You may ask, "With this large influx of newly formed MMA entities will the quality of the fighters become more generic?" A good question.

Some experienced trainers say they've witnessed gyms now clamoring to produce the next championship MMA fighter. A host of training centers now race to produce fighters that they may quickly enter into any amatuer and/or professional level matches whom may or may not actually be fully conditioned enough and ready to fight at a reasonable level. The quality of some of today's young fighters may indeed be debatable.

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Will the continual overflow of MMA competitions cause some fans to tire of the almost constant bombardment of the sport?" If you're asking, "If left unchecked, will this so-called tsunami effect eventually drown fan admiration for viewing the sport?" Not likely.

While many fans may be unable to actually pay for high-priced tickets to personally attend a large amount of live MMA events, industry reports claim the majority will still be watching them on PPV for $40.00 to $50.00 USD, or simply visit a local sports bar for free viewing with friends and other fight-fans. The latter option is making local bar owners very happy by increasing overnight sales!

So, now let's talk about the money.

Although, unconfirmed average national fiscal reports MMA annual Pay-Per-View income to be an amazing $500 million USD, combined with its many other streams of revenue it may far exceed that estimate.

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Once again, it is the immensely successful UFC that captures the lion's share with an estimated average of more than $250 million USD on a yearly basis. Top UFC fighters also receive the highest purses on the MMA payscale. Its many sponsors vie for the best advertisements spots and pay out-the-nose for priority ad placements for every UFC event, knowing the promise of widespread exposure it may represent.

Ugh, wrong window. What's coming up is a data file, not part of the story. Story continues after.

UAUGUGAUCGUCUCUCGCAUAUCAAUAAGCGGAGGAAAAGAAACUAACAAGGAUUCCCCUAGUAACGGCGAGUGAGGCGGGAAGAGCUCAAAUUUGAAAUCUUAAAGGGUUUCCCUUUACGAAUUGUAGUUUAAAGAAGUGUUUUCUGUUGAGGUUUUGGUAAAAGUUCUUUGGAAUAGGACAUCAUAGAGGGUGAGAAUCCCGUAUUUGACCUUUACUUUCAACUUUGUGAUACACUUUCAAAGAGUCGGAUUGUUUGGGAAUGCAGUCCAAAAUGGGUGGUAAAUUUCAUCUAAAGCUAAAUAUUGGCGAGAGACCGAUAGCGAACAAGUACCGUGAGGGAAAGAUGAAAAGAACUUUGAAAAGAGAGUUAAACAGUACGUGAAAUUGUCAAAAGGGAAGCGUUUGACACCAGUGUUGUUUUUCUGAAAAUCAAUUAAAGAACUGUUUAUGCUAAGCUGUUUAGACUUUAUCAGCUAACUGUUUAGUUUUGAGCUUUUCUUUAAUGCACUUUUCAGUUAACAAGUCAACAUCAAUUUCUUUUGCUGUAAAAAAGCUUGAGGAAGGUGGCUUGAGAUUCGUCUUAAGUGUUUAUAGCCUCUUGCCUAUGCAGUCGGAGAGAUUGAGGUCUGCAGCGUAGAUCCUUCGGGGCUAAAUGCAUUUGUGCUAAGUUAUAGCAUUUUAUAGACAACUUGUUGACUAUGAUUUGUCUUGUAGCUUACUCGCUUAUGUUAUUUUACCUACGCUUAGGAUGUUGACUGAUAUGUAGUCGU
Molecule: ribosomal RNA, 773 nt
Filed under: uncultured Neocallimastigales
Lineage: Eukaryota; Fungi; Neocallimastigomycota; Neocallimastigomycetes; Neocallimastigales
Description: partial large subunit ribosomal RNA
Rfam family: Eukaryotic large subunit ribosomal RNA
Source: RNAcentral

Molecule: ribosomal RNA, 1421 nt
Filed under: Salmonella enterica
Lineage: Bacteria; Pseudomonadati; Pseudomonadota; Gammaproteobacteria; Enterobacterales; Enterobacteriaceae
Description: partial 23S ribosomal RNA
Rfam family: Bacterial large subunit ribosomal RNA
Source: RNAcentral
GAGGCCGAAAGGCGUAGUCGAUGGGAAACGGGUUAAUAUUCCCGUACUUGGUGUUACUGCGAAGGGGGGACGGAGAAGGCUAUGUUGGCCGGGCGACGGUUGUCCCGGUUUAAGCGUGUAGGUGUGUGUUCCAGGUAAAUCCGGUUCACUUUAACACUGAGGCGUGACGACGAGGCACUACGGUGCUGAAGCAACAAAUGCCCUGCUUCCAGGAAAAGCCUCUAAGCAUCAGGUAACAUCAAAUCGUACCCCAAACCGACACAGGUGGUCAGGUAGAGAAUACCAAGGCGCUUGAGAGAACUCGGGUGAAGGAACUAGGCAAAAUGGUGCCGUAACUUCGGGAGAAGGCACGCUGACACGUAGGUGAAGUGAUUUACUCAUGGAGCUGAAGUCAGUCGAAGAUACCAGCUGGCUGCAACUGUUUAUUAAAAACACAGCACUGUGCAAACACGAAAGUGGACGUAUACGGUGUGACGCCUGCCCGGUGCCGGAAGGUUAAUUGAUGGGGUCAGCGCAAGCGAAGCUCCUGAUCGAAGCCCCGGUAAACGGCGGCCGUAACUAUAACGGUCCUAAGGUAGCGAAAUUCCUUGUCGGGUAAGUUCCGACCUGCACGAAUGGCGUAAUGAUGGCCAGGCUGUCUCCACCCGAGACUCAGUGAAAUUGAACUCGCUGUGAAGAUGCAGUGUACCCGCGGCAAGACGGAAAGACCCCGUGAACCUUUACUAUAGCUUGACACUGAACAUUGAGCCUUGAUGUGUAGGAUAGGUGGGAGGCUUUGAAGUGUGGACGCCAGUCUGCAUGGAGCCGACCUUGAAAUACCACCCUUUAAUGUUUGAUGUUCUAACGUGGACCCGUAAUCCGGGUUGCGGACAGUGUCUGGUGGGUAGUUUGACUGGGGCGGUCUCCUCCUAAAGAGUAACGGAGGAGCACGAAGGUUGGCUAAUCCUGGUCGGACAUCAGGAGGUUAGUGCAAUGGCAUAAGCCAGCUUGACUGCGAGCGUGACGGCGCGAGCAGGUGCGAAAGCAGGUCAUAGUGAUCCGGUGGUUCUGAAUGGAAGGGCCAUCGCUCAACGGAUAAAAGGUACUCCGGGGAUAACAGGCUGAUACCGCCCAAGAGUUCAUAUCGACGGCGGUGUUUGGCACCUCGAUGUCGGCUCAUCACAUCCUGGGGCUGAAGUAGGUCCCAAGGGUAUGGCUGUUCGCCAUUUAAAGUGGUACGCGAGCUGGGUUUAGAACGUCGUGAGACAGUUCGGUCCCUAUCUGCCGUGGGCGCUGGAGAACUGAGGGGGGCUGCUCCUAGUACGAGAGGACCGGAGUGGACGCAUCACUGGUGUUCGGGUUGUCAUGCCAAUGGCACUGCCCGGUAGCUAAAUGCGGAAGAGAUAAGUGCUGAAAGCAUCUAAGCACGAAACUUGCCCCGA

The UFC surely is "the ultimate cash machine" in MMA!

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Strikeforce boasts a substantial $30 million USD in revenues for their 2010-2011 fiscal reports while also being shopped by Zuffa (UFC). And while, Viacom may have now bought major shares in anticipating the 2011 launching of Bellator Fighting Championships, their profit / loss margins are under wraps and known only to insiders. Still, other noteworthy MMA companies have reported similar high profit margins over the past few quarters.

There's big money for MMA in the sporting world and its myriad of fans are contributing big bucks, making its key players (Pro-celebrity status fighters, major promoters, favorite ring girls, popular clothing companies, etc.) stand out like a hurricane of popularity...that still continues to rage on!

So, let's face it, MMA is now completely mainstream...and we have openly welcomed it into our lives.

For now, it appears that the mass universal appeal of Mixed-Martial Arts events and all its forms of televised programming, internet downloading, gaming, individual fight-training and MMA gyms, with the wide-spread effect it has on its legions of fans, will surely survive the aftermath of any potential tsunami effects.